10. @Burnie Hess #132
    Pam, remember according to BJS, if it’s not Divine Service from theLSB, then it must be contemporary.

    Actually, Burnie, if you use the dictionary definition, LSB is the most “contemporary” of the services. 🙂

    CoWo is dated by decades and stuck in time. A “fad” whether four years old or forty in a 2000 year old church. And not a new one, either, Luther was speaking against his day’s version of the same thing.

  11. @Pam #127
    I have not read the Book of Concord. Personally, all I need is the Bible and the Holy Spirit in my heart. … The Bible is the only book I completely trust. –Pam

    @natalie #157
    If I read Pam’s post correctly, she never said she didn’t have time to read the BOC.She did not”blow it off,” … –Natalie

    I call this “blowing off” the BOC as irrelevant (not to mention “untrustworthy” [!?]).
    You may choose another phrase to describe her intent to remain ignorant.

    [2.Slang. To choose not to attend or accompany:
    They wanted us to come along, but we blew them off.

    [2. Disregard, ignore; evade something important. For example, If you blow off your homework, you’re bound to run into trouble on the exam. [Slang; second half of 1900s]]

    [a : to refuse to take notice of, honor, or deal with : ignore ]

  12. @helen #162

    Helen, I believe in any earlier post someone eluded that any deviation from the LSB Divine Service is contemporary. I happen to like the Divine Service, however I also like the service my pastor writes using parts of the Divine Service. We do not have a praise team, only an organ so that all of our hymns, They are from the LSB, are accompanied by the same.

  13. I would like to thank each one of you for allowing me to share my thoughts.It pains me to watch my brothers and sisters in Christ verbally attack the worship of God in any form.I will continue to keep all of us in my prayer’s,and pray that God’s will is done in each of our lives as well as in our Synod.

  14. @Burnie Hess #165

    To more directly answer your question–yes people are questioned unless they have been present before. My elders do a great job and we have had the discussion on more than one occasion about those returning who have joined another denomination. The agree is that we will continue our current practice.

  15. @Pastor Tim Rossow #82

    Just returned from the Apologetic Conference on Music (Positive, Negative and Neutral)at Emmanuel Dearborn. It was as I expected — an education on music, a history of music over time and a defense of appropriate music in the Divine Service.

  16. Our church many year ago changed one service a month to have contemporary music, with
    drums, guitars and other interments. This was done thinking it would keep the high school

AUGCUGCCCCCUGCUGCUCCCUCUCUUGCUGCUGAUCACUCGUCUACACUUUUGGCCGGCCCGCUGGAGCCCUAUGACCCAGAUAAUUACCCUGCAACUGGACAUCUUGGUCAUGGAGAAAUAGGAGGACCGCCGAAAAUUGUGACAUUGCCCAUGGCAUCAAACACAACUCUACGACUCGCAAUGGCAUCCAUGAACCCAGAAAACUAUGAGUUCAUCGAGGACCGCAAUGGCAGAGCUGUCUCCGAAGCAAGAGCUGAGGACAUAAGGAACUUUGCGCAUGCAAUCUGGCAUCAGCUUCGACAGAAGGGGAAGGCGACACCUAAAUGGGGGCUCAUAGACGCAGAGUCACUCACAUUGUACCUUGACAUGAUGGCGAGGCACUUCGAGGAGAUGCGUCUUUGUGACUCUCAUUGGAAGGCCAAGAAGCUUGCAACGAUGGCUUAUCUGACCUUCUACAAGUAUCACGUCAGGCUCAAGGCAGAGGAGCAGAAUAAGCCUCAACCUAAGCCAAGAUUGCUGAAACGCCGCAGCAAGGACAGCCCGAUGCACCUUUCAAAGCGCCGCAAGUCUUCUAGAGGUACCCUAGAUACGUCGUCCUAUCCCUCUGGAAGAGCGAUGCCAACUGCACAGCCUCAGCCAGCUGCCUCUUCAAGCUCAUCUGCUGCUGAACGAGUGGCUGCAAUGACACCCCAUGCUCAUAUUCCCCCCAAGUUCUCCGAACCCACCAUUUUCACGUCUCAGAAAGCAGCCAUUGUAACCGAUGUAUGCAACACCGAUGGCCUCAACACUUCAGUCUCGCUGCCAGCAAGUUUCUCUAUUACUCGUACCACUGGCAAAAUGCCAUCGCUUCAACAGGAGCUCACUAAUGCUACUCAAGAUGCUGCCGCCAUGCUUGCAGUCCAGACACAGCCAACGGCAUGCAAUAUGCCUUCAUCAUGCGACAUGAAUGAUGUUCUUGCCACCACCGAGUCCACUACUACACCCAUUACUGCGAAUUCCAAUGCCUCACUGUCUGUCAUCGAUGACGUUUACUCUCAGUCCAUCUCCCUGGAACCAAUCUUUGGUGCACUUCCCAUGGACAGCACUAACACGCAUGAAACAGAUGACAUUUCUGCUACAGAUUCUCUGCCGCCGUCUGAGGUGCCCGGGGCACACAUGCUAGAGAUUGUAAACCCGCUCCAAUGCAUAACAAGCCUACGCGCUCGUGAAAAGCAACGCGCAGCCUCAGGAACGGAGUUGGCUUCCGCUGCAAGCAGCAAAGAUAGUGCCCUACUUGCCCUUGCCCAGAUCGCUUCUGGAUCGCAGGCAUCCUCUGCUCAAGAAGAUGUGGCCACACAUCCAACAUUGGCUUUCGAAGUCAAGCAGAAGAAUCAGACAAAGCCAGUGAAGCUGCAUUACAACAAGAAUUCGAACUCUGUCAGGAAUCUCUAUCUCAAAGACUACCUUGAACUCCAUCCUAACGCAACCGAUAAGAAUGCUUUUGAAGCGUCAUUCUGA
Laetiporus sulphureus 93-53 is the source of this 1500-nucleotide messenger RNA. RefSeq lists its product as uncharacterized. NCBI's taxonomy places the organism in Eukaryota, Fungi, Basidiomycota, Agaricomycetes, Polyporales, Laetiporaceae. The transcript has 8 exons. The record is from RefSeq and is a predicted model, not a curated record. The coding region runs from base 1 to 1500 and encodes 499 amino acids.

age kids in church. We later added a second Sunday. What we have found that most people
    like or dislike that service. More older people in the church enjoy the services than expected.
    Many older people listen to Family Life Radio and other christian stations and know the songs. All songs are approved by the pastor before playing in church. As someone involved with the praise team, I go to church regardless of the type of service on that Sunday. After all it not really about the music, its about singing Gods praises.

  17. I’m obviously late to this party. I stumbled upon it and found it very interesting. My feelings about CW are that if we understood the historic liturgy (the Divine Service) we wouldn’t be looking for other forms of worship. I’ve been a Lutheran all my life, went to church regularly, went to Bible class, and taught Sunday School, but still didn’t understand many parts of the liturgy. I knew it revovled around Word and Sacrament, but didn’t have a deep understanding. So I set out to learn more about it. I bought a couple of books and read them. Then I started searching the internet to better understand each part of the Divine Service. I decided put together what I learned and create an e-book. To learn more about the Divine Service click here.

    The biggest point that I would like to make is that as you read through the Scriptures God shows you how he deals with sinners. He sets the pattern in the OT (chapter 2) and Jesus, through his ministry, continues that pattern (chapter 3). The church then continued that pattern in the form of the liturgy (chapter 3). The pattern that God always uses is that he comes to sinners in his Word and he comes in his Sacrament. These are the means that he has chosen to give us what we need most-forgiveness, life, and salvation. If he has always worked in this way, how do we think we can improve upon it? I can’t go into all the details of the Divine Service, but suffice it to say that the liturgy is saturated with the Gospel; it centers on Jesus Christ; and it clearly acknowledges the one true God-the Triune God. If people really understood this, they wouldn’t be looking for alternatives. Instead they would tell their friends, “We have a little piece of heaven right here on earth. We get to come into God’s presence every week. We get to hear him speak his Word to us. And we get dine at his table.”

  18. @Jay Adams #170

    Hi, Jay. Read the study. Skimmed is more like it. It’s kinda lengthy. But really good. Lots of research and depth. I think it would qualify for CPH’s entreprenurial publishing section. Saw that once, but can’t remeber details about it. Thank you for sharing. More people should check it out.